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Love, mystery and an empire
BISWADIP MITRA | Wednesday, 2 February 2011 AT 05:53 PM IST
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History becomes fascinating when it lets the reader imagine along with the text. Acclaimed author, the late Saradindu Bandopadhyay did that with élan whenever he picked up his pen to write, in his words, a “historical fiction”. One such work is Bandopadhyay’s 1965 classic Bengali novel Tungabhadrar Teeré. The award-winning novel has been recently translated into English by Arunava Sinha to let the thrill of reading the classic spill beyond the Bengalee milieu.


The story of By the Tungabadhra is set around 1430 AD in and around the kingdom of Vijayanagar in southern India. Princess Bidyunmala of Kalinga kingdom journeys on sea and through the river Tungabhadra to reach Vijayanagar as she gets ready to marry King Devaraya II of the southern kingdom. The princess is accompanied by the royal entourage: her step sister, Manikankana being the main companion and confidante. As they travel, a young man, Arjunvarma, is rescued from the rough river by an able-bodied blacksmith Balaram, who is part of the entourage. Arjunvarma becomes part of the group: it leads to complexities as Bidyunmala seems to be in love with Arjunvarma.


Meanwhile, trouble brews up in Vijayanagar as Devaraya II is threatened by a treacherous brother, Prince Kamapanadeva, and the kingdom is threatened by external invasion. Bandopadhyay, who lived in Pune and created the famous fictional detective character of Byomkesh Bakshi, sets the pace of the novel as if it is a thriller, interweaving fratricidal conspiracy, spies, legends about the spirits of Hukka and Bukka — the founding fathers of Vijayanagar, the mysterious setting of the Hemakut hills, with history. They may not be acutely dramatic, but the suspense remains an important strand in the story as it keeps unfolding seamlessly.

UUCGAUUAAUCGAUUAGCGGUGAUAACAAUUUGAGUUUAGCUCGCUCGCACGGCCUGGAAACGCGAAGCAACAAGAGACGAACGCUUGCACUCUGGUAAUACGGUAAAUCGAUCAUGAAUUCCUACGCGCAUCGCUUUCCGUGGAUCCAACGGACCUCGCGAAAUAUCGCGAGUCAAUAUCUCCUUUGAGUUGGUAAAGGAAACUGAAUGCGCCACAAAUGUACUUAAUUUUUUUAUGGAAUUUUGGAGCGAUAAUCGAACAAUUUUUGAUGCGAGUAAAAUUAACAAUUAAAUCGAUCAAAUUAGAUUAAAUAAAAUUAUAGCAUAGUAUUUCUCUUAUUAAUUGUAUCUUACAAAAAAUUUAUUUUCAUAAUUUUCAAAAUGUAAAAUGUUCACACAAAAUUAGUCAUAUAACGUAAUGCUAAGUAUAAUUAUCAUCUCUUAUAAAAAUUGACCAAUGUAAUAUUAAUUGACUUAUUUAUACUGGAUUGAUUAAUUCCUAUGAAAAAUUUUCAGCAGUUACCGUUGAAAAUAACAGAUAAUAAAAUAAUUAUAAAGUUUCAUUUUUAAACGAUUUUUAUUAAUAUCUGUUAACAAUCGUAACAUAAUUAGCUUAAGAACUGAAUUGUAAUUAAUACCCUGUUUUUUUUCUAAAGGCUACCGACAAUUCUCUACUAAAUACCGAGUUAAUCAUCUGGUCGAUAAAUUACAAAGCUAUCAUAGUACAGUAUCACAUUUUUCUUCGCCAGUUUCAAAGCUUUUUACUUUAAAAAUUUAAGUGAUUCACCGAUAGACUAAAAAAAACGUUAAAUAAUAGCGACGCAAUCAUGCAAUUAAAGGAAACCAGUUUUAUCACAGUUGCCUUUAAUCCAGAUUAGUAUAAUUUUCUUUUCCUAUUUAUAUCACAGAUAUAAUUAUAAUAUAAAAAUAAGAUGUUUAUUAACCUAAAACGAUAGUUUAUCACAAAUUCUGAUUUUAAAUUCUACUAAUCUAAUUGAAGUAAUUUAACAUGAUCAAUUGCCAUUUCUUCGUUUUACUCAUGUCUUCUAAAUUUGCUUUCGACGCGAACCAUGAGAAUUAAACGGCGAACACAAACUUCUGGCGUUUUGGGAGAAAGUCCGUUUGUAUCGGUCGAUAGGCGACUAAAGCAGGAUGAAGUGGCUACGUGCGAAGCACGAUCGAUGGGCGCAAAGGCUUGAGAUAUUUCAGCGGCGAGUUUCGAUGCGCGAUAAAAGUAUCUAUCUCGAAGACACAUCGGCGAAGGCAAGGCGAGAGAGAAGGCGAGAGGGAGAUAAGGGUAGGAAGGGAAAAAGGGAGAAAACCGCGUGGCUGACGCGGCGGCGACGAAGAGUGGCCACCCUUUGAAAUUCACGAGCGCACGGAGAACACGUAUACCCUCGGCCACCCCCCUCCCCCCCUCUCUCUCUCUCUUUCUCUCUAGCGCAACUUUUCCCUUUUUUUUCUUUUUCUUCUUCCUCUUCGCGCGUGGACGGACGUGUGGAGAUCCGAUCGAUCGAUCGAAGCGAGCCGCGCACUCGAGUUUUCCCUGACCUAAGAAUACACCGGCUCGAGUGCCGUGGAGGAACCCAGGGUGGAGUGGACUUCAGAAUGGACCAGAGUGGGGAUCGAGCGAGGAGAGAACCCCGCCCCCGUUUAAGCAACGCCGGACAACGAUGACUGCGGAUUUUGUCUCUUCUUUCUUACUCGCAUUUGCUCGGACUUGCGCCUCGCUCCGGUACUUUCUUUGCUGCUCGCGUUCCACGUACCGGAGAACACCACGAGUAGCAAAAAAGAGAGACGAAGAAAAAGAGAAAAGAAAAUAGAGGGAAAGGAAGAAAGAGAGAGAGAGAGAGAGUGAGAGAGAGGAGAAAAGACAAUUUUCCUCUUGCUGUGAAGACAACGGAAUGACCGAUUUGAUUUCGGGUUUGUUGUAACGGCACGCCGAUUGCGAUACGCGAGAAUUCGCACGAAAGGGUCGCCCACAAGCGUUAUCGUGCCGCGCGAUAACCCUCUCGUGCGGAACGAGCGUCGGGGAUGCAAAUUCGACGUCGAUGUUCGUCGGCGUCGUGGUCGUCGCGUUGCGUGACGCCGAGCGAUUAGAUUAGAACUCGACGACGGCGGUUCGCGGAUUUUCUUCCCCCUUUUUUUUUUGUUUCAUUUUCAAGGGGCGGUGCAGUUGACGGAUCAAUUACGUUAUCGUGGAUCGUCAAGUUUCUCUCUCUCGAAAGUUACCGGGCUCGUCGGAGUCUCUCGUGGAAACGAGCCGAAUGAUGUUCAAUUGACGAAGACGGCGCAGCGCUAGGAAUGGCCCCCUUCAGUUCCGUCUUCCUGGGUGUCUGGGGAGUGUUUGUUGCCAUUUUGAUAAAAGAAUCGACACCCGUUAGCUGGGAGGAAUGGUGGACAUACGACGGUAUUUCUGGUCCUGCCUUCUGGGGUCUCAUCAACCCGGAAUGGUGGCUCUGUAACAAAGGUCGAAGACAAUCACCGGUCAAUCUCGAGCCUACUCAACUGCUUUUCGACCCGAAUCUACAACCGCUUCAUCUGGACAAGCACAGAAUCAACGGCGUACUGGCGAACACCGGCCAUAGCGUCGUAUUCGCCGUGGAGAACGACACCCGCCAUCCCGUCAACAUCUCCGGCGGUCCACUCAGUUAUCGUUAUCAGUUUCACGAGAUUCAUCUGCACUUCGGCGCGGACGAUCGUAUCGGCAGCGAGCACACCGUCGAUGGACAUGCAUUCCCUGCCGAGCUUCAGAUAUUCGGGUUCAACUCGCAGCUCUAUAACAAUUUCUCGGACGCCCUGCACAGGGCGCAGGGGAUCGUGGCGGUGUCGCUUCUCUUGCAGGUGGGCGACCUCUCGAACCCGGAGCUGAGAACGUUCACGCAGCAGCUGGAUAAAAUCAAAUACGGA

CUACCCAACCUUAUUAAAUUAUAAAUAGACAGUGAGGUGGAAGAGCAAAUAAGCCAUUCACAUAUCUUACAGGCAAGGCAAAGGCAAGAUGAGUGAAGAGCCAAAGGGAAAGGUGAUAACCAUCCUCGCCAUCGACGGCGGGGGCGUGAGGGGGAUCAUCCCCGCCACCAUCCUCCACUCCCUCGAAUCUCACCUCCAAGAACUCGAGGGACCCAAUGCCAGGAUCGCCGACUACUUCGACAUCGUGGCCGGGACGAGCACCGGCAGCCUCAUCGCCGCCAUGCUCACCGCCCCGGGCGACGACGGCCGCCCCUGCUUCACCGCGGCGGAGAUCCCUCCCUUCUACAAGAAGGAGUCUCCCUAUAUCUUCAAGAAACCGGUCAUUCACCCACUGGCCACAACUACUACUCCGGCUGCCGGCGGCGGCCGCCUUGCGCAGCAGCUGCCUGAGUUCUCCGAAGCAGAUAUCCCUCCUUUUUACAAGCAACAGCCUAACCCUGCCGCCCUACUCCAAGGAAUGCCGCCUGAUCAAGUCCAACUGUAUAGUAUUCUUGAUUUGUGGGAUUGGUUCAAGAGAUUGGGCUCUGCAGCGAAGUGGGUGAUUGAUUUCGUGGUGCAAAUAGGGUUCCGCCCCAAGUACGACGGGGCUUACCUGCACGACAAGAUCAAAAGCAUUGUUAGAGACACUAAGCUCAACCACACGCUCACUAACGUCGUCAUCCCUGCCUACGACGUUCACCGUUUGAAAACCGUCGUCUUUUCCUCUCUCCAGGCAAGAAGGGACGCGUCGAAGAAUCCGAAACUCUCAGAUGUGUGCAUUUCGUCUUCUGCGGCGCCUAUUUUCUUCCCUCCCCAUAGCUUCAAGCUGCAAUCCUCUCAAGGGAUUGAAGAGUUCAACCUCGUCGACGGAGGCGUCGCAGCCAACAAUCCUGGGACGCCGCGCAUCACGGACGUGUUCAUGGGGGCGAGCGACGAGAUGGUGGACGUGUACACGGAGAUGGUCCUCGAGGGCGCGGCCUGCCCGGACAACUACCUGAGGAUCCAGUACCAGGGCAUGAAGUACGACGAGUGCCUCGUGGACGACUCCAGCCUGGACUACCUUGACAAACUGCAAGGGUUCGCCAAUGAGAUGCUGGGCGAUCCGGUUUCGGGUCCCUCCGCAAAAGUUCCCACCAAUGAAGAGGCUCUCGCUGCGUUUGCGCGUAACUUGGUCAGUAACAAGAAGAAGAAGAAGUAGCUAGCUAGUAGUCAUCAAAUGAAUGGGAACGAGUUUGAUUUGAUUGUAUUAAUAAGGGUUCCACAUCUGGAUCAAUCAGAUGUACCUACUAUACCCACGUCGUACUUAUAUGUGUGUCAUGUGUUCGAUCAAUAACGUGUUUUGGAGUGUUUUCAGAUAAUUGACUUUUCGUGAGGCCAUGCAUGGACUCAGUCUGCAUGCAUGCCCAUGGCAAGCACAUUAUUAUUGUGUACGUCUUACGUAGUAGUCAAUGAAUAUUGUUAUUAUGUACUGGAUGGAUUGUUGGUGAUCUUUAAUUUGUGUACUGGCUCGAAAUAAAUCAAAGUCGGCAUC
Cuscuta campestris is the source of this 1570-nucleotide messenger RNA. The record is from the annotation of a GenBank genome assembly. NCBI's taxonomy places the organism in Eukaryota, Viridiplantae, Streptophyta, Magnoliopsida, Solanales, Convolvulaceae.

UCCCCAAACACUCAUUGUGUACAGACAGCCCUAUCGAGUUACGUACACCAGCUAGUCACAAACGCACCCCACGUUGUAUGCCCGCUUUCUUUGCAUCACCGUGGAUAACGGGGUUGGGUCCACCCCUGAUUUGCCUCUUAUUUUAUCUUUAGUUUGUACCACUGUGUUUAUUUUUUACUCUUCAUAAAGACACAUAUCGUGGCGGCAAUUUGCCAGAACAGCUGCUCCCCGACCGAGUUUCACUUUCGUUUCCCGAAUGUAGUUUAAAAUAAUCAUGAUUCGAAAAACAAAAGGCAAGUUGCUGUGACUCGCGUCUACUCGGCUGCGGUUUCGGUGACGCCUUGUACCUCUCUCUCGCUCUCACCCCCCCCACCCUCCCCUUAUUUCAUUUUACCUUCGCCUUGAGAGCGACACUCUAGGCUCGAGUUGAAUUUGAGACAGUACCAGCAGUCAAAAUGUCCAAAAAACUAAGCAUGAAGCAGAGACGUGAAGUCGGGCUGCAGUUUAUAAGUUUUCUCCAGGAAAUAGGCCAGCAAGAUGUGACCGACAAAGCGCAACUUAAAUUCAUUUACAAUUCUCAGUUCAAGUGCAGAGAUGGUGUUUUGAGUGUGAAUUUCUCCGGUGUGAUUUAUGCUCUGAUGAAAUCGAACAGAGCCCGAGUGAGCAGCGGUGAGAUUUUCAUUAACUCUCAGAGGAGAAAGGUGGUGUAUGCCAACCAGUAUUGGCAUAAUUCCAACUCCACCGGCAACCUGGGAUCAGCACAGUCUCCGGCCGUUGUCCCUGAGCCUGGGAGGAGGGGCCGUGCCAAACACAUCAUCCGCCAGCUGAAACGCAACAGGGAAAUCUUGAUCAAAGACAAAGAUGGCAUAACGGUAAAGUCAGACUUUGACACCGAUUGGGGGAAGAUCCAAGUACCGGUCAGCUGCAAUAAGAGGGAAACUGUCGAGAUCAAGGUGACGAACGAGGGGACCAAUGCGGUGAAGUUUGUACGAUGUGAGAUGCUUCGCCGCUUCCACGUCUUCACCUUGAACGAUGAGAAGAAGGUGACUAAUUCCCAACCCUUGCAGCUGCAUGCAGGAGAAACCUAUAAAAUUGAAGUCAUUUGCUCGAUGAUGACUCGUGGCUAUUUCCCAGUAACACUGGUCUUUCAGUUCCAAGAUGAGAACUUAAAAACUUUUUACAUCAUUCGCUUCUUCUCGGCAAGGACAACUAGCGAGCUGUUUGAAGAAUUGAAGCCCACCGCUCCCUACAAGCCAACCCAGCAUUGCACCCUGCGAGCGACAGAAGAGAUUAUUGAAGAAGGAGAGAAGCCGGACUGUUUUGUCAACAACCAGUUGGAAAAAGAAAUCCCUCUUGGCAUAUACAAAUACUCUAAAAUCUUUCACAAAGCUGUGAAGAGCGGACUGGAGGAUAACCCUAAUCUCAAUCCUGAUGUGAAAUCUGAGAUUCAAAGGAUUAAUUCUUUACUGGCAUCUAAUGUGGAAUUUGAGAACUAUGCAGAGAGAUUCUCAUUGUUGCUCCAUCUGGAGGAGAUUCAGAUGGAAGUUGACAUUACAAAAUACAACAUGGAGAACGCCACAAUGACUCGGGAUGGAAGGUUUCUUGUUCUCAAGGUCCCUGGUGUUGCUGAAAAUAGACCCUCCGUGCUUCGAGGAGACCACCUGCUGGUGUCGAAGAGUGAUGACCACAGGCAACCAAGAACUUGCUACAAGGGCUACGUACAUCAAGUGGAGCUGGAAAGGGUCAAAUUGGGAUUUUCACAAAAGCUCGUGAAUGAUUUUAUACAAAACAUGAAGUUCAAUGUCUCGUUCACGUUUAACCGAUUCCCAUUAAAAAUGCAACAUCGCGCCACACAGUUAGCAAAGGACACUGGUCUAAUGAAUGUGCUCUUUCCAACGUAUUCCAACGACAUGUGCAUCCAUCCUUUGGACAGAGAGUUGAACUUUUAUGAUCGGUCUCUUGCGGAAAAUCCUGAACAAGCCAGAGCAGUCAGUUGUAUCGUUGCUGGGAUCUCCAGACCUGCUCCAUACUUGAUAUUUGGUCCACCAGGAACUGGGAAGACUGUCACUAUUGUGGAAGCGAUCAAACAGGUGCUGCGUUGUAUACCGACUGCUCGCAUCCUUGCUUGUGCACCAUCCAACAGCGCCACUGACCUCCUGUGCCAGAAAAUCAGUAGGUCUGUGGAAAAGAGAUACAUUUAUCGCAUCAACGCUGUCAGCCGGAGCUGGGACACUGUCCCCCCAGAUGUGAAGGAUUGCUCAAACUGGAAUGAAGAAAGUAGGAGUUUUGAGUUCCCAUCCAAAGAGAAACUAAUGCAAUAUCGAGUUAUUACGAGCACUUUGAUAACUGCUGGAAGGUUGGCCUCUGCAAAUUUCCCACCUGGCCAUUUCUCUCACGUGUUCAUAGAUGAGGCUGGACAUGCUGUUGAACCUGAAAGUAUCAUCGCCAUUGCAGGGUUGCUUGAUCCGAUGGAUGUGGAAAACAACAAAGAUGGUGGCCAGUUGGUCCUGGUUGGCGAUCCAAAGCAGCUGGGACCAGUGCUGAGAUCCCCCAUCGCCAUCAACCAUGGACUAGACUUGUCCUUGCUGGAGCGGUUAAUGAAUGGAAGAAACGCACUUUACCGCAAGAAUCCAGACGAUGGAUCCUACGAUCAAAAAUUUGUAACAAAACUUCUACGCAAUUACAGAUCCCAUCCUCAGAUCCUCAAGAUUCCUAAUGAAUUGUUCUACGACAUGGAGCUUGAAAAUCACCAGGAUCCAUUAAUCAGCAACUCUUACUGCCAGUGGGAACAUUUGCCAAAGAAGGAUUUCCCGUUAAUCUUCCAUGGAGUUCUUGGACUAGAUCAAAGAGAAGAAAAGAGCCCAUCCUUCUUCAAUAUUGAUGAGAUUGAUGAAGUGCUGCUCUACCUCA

There are narrated tales of brutality that the Yavana (non-Hindu) rulers had unleashed in certain parts of the land what we know today as India. In 2011 that may read like a simplistic classification between the ‘good’ and the ‘bad’. But one has to consider the period to understand the perceptions. At times the author tempers it with the beautiful descriptions: the vitality of rivers, the throbbing Vijayanagar market, the grandeur of the royal palace, the serenity of nature, the happiness of the local women, music, and the like. I wonder if Bandopadhyay wanted this novel to be primarily a love story: there are ample doses of romance that keeps flowing till the end. No matter what, they all make for a pleasant reading.


I had read the story in Bengali. This translation follows the original storyline; the flavour of the 15th-century India comes out well and the reader is almost transported to the period. The  language is simple yet not without the gloss that one expects in such novels. However, I was slightly amused to see that the translation has often been a bit too literal: If a thoroughfare in Vijayanagar is called Beetelnut Avenue — as we see in the translation, then Vijayanagar must be called Victorycity.


On the whole, this four-act novel is worth reading. Those interested in history will enjoy the book.


By the Tungabhadra

By: Saradindu Bandopadhyay

Translated by: Arunava Sinha

Publisher: Harper PerennialPages: 253

Price: Rs 299



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